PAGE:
I have an issue with the fit of strapless dresses.  Over the past three years I've been looking at prom gowns, prom dress photos, have gone to several prom-picture taking opportunities, and I see the same thing popping up time and time again.  It's when women of various ages wear a strapless dress that isn't quite right.  It's off in proportion to their upper body as if it's pulling down their boobs or the dress just look low and not in a flattering way.  Often this look is paired with (what I dub) "chicken wings".  I tell girls when I alter their prom dresses about "chicken wings".  This is when the strapless dress they love so much feels like it's falling down, and they are constantly using their hands to pull up the side/upper top edges of the strapless dress.  You can spot these girls instantly because they pull their dresses up every minute.  I've even seen prom videos of girls doing chicken wings while standing in line for whatever or dancing on the floor. 

Of course, chicken wings are also due to the interior construction of the dress.  When a strapless dress isn't properly anchored at the waist, there are going to be issues like this.  Many a dress is altered with no thought to a waist stay and the top edge isn't designed to hold up the entire dress.  The anchoring is at our mid sections.  This I can't help them with if I'm not the one altering their dresses.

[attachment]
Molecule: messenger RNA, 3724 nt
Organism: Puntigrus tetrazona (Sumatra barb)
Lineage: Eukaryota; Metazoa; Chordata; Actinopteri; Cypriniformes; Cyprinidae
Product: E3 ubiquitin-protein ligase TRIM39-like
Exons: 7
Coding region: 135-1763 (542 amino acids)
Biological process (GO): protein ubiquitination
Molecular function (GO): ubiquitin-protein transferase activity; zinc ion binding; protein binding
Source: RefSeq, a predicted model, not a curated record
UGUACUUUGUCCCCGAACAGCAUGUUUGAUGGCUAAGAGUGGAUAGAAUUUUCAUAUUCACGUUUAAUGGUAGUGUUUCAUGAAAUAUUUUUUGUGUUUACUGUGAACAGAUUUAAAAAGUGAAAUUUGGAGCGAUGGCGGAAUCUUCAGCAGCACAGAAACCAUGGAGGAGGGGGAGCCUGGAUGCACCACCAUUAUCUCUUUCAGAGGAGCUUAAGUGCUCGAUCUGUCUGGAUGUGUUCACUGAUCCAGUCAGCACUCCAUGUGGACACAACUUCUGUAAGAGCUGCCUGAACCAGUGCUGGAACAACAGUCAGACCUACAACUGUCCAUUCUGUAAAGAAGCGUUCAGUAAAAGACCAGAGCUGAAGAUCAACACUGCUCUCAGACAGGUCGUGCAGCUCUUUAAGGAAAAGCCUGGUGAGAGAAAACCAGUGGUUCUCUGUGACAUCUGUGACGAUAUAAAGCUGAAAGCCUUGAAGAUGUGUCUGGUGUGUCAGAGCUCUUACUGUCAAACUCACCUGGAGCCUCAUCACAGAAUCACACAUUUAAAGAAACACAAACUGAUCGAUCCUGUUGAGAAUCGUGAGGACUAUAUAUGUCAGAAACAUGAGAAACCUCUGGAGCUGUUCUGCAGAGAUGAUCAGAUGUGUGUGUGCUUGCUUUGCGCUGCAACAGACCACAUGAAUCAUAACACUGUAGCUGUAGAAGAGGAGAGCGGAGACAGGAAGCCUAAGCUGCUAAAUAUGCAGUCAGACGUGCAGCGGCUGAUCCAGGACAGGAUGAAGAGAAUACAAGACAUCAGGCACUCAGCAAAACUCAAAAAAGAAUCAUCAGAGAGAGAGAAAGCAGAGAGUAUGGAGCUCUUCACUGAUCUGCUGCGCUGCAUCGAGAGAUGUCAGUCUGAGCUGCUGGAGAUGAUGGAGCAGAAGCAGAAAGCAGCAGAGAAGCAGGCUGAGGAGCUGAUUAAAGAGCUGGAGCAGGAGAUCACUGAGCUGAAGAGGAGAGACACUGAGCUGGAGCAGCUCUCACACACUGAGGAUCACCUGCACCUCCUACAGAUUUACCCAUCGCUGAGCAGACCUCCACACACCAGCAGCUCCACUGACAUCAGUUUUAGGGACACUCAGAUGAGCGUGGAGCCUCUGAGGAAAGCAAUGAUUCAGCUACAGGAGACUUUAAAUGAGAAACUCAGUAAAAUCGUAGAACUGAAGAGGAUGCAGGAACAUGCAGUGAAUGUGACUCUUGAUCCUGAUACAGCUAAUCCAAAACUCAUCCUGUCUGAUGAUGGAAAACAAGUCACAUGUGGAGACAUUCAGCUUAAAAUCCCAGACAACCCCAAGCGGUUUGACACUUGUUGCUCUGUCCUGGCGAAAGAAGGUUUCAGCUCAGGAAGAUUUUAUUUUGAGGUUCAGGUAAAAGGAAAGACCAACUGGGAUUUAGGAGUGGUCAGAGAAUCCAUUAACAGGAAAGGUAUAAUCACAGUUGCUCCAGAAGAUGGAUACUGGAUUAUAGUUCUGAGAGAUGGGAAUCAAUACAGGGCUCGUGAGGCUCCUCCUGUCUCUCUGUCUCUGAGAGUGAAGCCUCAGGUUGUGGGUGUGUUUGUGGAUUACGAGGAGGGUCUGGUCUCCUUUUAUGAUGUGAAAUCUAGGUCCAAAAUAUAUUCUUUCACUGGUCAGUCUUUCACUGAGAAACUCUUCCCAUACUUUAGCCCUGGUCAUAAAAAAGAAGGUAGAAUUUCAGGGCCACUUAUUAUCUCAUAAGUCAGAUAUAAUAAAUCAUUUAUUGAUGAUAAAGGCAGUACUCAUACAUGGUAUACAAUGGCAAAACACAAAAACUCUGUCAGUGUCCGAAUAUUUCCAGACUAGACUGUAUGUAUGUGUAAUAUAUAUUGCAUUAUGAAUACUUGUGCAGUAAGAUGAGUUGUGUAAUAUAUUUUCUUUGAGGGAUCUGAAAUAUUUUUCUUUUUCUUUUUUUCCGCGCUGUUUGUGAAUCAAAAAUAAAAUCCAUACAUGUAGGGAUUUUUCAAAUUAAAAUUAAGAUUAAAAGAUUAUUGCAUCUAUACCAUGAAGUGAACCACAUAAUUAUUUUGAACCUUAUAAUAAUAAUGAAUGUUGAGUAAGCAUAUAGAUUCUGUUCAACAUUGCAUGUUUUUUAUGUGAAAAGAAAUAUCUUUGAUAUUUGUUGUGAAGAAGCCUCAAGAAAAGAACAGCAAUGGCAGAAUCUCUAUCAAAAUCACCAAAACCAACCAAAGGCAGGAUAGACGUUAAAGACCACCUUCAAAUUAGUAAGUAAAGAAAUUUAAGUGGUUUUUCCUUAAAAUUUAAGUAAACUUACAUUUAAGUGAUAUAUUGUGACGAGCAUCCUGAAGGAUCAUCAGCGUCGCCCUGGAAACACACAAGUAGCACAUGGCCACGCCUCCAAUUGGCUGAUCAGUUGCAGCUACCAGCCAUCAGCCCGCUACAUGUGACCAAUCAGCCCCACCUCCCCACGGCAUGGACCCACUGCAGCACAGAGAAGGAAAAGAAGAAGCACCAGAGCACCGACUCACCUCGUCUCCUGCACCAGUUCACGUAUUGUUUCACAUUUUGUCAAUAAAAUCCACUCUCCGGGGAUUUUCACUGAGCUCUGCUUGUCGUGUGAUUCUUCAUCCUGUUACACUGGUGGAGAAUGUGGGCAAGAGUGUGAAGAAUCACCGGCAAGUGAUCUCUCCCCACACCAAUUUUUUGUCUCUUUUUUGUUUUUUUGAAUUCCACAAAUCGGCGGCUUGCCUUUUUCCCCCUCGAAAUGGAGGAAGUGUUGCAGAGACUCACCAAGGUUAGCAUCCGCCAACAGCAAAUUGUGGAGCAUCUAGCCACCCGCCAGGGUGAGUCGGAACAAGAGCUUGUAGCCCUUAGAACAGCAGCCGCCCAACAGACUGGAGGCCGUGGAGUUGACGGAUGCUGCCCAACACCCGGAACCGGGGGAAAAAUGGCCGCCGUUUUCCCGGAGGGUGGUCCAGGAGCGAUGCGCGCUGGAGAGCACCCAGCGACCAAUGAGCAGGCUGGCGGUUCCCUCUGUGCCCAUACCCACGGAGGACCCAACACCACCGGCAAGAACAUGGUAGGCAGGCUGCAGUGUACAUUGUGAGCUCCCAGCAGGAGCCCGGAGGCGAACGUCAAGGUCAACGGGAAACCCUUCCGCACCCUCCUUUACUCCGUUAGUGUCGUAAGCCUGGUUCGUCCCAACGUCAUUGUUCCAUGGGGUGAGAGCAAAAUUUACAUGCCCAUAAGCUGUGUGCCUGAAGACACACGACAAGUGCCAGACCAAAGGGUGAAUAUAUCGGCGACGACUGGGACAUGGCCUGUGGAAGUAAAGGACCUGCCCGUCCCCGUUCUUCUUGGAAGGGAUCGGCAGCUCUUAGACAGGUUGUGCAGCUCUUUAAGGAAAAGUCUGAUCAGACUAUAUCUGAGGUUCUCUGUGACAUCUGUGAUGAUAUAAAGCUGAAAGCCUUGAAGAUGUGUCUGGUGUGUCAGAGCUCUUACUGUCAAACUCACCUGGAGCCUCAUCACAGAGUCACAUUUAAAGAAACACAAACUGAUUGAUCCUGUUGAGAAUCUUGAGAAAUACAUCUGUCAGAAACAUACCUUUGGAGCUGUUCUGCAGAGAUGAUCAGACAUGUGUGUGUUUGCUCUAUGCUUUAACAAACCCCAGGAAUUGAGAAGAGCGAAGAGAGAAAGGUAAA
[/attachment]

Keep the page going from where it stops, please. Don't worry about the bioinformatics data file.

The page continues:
Here is an example of what I'm talking about with a strapless dress edge that is too low:

This dress appears to be pulling her boobs down.  It's simply pulling everything that's in its way south, and I just want to run over and pull it up myself.

Here's another one, take notice of the pink dress: